The governor cannot deviate from his anti-tax stance if he does, indeed, decide to move decisively toward fulfilling a national ambition and achieve top-tier status as a candidate for the Republican presidential nomination in 2016.
As he moves around the country in his role as chairman of the Republican Governors Association, he reminds audiences that, in his nearly five years in office, he’s vetoed Democratic proposals to impose a surcharge on income taxes for the wealthy and has pledged to do so again.
A change of heart at this point -- no matter the rationale -- would do incalculable damage to his image.
At the same time, Sweeney must stand firmly with organized labor and public employee unions against any administration recommendation to extract greater concessions from them.
Many unionized workers are still smarting from the Senate president’s aligning himself with Christie to require increased pension contributions. A sign from him that he’s open to a similar alliance now would be devastating to any hopes he holds of becoming the party’s gubernatorial nominee in 2017.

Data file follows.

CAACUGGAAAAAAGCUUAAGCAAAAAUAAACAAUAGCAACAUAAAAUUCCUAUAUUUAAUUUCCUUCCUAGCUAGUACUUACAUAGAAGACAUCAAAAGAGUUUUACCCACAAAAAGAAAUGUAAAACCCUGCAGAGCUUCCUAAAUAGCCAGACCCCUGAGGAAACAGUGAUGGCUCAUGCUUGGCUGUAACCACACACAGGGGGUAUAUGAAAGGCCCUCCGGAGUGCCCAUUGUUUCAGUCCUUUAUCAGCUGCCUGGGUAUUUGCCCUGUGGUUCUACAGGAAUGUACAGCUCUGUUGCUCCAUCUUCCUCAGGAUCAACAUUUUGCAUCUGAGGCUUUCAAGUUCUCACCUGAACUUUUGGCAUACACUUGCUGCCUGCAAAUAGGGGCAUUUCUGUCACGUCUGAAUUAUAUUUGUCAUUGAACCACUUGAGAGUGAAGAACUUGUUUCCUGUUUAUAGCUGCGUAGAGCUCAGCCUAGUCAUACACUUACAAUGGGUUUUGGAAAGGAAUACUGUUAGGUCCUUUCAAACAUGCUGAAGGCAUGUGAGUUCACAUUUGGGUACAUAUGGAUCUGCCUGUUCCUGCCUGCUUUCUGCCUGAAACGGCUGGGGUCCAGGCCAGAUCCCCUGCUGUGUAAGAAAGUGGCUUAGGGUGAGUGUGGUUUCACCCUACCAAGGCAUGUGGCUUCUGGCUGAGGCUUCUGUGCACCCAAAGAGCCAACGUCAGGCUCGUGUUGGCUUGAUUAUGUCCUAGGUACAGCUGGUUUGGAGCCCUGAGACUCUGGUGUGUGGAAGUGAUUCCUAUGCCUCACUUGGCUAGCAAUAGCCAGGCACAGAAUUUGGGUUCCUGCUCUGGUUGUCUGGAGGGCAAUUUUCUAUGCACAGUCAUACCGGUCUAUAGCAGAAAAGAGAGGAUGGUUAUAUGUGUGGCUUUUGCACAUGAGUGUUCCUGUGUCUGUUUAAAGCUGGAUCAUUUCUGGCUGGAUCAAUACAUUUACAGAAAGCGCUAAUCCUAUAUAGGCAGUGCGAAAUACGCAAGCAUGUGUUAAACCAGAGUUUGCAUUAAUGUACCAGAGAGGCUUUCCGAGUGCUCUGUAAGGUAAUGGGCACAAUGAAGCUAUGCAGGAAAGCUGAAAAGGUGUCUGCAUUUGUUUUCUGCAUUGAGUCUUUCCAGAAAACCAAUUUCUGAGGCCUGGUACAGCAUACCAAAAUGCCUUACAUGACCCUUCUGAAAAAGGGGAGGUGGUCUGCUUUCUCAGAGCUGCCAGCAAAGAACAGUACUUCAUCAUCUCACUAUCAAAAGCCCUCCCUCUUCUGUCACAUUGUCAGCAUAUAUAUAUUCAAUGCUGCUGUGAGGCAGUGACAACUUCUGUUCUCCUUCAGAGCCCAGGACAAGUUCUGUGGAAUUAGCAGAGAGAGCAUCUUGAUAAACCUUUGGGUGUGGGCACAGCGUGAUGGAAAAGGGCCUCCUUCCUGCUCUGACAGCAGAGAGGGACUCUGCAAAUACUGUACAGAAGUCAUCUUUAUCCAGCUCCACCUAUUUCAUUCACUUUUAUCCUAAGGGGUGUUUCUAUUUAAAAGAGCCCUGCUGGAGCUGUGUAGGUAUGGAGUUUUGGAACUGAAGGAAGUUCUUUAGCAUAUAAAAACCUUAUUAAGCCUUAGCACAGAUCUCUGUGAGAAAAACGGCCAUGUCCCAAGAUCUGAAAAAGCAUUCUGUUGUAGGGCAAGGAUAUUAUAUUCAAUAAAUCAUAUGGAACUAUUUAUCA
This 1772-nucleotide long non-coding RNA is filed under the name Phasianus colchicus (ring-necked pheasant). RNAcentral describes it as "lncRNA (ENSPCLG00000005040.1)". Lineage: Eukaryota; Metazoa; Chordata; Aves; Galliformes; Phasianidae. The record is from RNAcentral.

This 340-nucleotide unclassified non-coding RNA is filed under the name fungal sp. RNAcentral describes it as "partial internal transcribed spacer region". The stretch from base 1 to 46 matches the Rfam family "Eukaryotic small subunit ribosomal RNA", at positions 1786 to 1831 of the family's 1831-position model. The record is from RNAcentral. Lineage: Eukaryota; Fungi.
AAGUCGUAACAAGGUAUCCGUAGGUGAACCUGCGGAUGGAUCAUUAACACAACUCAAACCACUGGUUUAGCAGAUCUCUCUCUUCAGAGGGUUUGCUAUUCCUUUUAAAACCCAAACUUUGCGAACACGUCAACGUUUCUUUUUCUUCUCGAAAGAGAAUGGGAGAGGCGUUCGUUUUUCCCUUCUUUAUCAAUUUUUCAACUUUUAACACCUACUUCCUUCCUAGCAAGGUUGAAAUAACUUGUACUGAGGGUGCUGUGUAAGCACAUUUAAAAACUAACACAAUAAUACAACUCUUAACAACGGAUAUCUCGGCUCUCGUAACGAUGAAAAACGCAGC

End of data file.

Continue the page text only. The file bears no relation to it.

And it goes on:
The only sliver of hope to resolve their differences may be found in shifting from the current defined-benefit pension plan to one similar to a 401(k), an idea Sweeney supported three years ago but dropped from the final legislation under union pressure. Revisiting it could be dangerous for him, however, bringing up memories of his deal-making with the governor and raising questions of trustworthiness. Nerves are still raw from that episode.
By elevating the issue to such prominence, it’s almost certain that Christie will propose a more far-reaching and in-depth program than merely shifting the manner in which the program is administered. Moreover, he’s pledged to hold retirees harmless, maintain their current level of benefits -- thereby exerting even greater pressure on active members of the system.